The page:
Every now and then The Big Bang Theory tells a story from Sheldon's (Jim Parsons) past to explain why he is the way he is (last year it explained why he always knocks three times), but the spin-off prequel Young Sheldon is in even better position to make sense of him, since it can show the origin of a particular peccadillo. Which is exactly what it did in Thursday night's episode by explaining how Sheldon came to be a full-grown Californian man who didn't drive.

Until recently, it was firmly established The Big Bang Theory canon that Sheldon Cooper couldn't drive. It was yet another source of tension between him and his friends that he was reliant on them for transportation. There was a whole episode in Season 2 devoted to him getting his learner's permit after he irritated them all so badly while they were chauffeuring him around that he was forced to try to learn. He failed miserably. It was one of his childlike quirks that he never learned to drive.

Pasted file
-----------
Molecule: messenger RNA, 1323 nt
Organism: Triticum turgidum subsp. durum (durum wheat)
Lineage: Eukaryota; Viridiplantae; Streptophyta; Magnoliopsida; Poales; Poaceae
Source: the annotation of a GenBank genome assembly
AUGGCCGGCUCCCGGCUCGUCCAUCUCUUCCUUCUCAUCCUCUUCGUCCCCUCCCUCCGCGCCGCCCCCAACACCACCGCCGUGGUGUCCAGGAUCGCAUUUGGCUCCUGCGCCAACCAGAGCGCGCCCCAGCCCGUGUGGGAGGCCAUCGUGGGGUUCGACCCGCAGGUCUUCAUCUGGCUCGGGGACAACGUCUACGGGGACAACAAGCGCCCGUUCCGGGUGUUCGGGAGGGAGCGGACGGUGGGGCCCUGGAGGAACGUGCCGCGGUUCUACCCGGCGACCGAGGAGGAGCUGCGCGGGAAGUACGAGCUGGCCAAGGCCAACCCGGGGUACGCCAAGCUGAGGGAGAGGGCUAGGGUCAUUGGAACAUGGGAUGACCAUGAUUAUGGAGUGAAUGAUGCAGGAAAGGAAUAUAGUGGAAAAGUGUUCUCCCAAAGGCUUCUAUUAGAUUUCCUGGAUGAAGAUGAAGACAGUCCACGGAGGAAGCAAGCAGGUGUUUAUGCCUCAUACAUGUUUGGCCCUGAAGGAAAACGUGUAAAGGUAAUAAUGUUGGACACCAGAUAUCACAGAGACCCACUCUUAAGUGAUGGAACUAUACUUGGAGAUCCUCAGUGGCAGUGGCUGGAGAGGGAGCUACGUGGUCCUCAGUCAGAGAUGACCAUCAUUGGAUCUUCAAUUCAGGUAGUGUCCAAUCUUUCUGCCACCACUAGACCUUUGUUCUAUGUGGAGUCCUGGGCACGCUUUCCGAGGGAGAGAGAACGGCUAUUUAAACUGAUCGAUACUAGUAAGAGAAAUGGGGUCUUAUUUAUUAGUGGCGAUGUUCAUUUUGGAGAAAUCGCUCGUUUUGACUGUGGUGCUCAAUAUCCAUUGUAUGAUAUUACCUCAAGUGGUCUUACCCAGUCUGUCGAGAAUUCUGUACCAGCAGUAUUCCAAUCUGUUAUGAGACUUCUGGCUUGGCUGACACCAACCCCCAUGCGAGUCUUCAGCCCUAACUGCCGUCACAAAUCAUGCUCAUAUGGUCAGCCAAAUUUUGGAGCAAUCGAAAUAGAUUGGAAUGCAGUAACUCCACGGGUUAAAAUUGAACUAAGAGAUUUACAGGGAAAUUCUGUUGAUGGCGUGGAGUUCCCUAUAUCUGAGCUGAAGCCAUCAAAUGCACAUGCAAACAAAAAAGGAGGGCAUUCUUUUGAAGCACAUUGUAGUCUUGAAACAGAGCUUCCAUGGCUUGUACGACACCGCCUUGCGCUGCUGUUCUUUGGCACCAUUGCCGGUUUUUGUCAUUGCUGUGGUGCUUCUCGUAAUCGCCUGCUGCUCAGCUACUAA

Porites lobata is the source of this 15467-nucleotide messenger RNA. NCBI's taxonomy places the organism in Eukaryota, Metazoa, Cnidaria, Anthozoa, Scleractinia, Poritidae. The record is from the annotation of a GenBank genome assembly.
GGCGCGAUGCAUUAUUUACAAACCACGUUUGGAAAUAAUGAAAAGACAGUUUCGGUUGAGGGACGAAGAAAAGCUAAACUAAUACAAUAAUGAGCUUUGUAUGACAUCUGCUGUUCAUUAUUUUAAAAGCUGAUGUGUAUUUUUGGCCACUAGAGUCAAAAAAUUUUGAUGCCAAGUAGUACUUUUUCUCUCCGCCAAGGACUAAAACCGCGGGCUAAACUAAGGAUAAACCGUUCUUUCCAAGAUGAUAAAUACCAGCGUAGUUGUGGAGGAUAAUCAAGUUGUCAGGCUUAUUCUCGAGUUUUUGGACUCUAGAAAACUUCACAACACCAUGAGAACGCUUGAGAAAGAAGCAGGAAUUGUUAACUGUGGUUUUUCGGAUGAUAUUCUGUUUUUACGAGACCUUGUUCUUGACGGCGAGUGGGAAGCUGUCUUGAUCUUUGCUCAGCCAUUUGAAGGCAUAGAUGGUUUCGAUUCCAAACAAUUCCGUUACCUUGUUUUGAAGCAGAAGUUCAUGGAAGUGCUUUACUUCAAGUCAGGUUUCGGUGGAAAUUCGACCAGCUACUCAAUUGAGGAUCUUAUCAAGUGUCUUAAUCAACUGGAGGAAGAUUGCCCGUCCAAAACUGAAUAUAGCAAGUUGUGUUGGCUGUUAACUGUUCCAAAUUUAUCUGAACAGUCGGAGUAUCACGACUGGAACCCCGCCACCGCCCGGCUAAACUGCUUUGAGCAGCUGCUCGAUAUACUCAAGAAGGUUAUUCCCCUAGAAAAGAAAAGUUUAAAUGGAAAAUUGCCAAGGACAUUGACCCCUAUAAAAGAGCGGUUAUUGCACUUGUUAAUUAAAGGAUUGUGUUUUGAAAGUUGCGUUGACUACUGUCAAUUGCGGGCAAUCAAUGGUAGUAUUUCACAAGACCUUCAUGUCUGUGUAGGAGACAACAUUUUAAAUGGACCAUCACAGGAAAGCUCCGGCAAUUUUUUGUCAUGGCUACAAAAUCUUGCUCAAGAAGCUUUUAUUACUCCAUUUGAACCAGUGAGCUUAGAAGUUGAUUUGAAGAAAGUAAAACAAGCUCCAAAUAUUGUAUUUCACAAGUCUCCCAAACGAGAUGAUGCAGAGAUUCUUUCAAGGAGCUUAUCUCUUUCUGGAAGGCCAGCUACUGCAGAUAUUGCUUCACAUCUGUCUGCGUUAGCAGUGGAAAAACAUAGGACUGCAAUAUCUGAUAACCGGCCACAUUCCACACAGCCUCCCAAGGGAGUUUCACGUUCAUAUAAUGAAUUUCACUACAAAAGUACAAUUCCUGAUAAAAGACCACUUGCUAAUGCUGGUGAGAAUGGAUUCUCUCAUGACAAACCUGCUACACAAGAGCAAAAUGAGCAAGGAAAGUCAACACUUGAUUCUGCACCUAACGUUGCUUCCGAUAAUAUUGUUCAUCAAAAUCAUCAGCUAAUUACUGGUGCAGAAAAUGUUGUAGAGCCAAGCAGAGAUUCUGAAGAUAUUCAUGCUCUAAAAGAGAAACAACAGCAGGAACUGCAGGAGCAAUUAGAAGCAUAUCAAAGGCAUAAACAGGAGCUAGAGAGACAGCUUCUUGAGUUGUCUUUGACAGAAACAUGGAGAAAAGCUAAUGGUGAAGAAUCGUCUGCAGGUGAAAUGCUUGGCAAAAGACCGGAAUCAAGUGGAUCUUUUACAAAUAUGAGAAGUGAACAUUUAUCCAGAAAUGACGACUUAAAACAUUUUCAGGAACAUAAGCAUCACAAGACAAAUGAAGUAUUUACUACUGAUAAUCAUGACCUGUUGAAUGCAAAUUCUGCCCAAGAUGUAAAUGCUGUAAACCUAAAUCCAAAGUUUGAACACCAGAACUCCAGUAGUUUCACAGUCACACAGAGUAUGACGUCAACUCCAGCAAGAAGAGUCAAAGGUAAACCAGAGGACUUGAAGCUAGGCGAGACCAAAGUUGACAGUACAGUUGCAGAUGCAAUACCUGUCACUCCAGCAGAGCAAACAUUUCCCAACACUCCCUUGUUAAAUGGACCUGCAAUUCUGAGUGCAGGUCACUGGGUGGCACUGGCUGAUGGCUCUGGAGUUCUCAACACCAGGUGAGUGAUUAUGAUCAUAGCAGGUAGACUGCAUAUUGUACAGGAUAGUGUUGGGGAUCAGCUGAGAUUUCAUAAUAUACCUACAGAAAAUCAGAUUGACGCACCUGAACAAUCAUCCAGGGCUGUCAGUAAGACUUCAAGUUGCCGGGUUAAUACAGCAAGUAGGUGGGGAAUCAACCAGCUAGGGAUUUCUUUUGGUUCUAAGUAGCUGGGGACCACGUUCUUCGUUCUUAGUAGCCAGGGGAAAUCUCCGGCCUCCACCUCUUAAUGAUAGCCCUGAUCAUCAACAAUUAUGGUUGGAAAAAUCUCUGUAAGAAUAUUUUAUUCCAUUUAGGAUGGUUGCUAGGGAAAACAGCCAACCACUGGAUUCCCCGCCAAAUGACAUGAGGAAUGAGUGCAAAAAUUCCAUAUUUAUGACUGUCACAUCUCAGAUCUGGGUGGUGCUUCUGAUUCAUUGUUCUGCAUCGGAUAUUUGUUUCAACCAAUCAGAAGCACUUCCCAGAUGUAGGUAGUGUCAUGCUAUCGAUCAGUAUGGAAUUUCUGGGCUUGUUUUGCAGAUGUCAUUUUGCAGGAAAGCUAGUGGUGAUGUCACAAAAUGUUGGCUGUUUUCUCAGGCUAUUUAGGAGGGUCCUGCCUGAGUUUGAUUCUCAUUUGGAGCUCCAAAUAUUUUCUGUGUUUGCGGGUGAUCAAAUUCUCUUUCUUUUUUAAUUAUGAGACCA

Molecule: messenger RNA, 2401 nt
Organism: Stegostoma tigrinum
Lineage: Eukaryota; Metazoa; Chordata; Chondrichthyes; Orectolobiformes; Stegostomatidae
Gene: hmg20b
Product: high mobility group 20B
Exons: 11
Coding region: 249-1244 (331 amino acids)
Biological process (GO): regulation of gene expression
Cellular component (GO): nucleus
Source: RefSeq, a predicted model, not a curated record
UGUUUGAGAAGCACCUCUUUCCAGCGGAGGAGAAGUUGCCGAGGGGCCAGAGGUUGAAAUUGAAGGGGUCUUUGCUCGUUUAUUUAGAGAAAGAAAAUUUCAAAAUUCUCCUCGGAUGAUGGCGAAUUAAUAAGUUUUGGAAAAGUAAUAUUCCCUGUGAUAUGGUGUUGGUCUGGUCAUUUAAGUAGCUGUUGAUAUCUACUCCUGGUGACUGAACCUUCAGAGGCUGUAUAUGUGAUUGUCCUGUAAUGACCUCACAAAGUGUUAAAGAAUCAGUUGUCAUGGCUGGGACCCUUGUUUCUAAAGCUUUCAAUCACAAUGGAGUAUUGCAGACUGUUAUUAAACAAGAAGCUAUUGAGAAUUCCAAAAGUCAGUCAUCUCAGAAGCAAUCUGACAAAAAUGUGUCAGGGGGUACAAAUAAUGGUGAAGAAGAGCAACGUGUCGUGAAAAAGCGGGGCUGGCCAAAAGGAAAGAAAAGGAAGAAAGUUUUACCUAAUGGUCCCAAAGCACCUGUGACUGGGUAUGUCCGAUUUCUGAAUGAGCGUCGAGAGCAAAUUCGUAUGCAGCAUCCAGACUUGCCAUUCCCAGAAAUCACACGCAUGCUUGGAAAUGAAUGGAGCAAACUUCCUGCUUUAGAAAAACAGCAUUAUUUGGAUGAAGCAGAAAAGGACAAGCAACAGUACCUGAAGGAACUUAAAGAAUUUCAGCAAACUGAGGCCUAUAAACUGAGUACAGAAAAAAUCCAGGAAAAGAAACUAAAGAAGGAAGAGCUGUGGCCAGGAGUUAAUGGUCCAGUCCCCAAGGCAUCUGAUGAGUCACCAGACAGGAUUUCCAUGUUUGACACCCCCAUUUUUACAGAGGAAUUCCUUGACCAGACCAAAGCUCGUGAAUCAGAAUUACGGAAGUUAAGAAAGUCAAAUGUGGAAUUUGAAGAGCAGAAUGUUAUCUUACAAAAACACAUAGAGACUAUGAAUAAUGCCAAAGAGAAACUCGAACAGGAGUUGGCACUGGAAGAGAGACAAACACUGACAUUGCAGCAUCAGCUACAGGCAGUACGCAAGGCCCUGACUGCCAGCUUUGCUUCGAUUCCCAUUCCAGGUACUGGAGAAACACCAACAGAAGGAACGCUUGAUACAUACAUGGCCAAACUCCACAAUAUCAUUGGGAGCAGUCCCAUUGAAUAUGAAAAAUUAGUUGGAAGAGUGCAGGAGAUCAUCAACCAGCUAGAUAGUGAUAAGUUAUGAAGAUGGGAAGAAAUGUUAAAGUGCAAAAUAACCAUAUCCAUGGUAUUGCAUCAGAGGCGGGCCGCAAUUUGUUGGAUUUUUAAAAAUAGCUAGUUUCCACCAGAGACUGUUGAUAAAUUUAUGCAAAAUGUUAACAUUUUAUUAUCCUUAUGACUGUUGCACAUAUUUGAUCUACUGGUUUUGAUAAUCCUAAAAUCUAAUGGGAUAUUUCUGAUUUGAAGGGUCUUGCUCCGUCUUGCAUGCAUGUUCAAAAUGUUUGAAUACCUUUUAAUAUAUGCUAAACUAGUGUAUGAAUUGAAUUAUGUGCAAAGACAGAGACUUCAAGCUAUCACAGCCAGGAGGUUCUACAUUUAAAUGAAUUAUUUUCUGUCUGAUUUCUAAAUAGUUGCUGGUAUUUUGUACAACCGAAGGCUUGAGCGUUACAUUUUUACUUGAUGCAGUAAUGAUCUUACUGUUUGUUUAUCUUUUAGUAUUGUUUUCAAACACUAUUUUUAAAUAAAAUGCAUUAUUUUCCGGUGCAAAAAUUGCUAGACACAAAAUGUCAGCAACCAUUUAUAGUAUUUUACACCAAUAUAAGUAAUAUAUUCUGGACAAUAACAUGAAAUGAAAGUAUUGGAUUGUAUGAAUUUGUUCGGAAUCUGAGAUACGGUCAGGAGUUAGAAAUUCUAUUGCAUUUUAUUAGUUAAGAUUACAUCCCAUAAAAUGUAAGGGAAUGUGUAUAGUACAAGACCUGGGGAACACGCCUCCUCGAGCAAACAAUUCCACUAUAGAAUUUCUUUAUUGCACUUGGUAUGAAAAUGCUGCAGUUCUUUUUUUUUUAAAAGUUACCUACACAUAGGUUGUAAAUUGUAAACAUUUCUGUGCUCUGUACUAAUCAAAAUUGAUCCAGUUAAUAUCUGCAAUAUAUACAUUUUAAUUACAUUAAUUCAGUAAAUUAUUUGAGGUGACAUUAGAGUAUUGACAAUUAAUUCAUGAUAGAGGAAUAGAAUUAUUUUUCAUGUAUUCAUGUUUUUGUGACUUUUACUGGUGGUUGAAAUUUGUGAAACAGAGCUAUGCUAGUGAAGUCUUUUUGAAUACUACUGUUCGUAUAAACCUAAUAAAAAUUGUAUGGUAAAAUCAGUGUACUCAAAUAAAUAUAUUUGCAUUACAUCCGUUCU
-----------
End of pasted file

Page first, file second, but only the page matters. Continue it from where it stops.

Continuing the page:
Thursday's episode of Young Sheldon, "Poker, Faith, and Eggs," took us back to the moment when Sheldon (Iain Armitage) decided driving wasn't for him. His father (Lance Barber) was in the hospital, and the kids wanted to go visit him against their mother's (Zoe Perry) wishes. So George Jr. (Montana Jordan) "borrowed" their Meemaw's (Annie Potts) car and drove them to the hospital. The thing is, George Jr. was a high school freshman whose only prior experience operating a motor vehicle was driving a tractor at 4-H. So the ride was slow and bumpy and fatal to many mailboxes and garbage cans.

"I've often been asked why I never learned to drive a car," grown-up Sheldon said in voiceover. "This night is your answer."

Iain Armitage, <em>Young Sheldon</em>Iain Armitage, Young Sheldon

The twist, though, is that Sheldon actually did learn to drive. It was revealed last season that Sheldon got his driver's license two years ago while he was on a license-acquiring spree and never told anyone. He barely passed, but he did it. But he still would rather be chauffeured than drive, of course.

Is this discrepancy a mistake on the writers' part? Probably. But maybe it tells us something we didn't think we needed to know, like when is Sheldon's narration taking place? Maybe the narration of Young Sheldon is set before Sheldon got his license and he's looking back on his life sometime around 2013.

Young Sheldon airs Thursdays at 8:30/7:30c on CBS.

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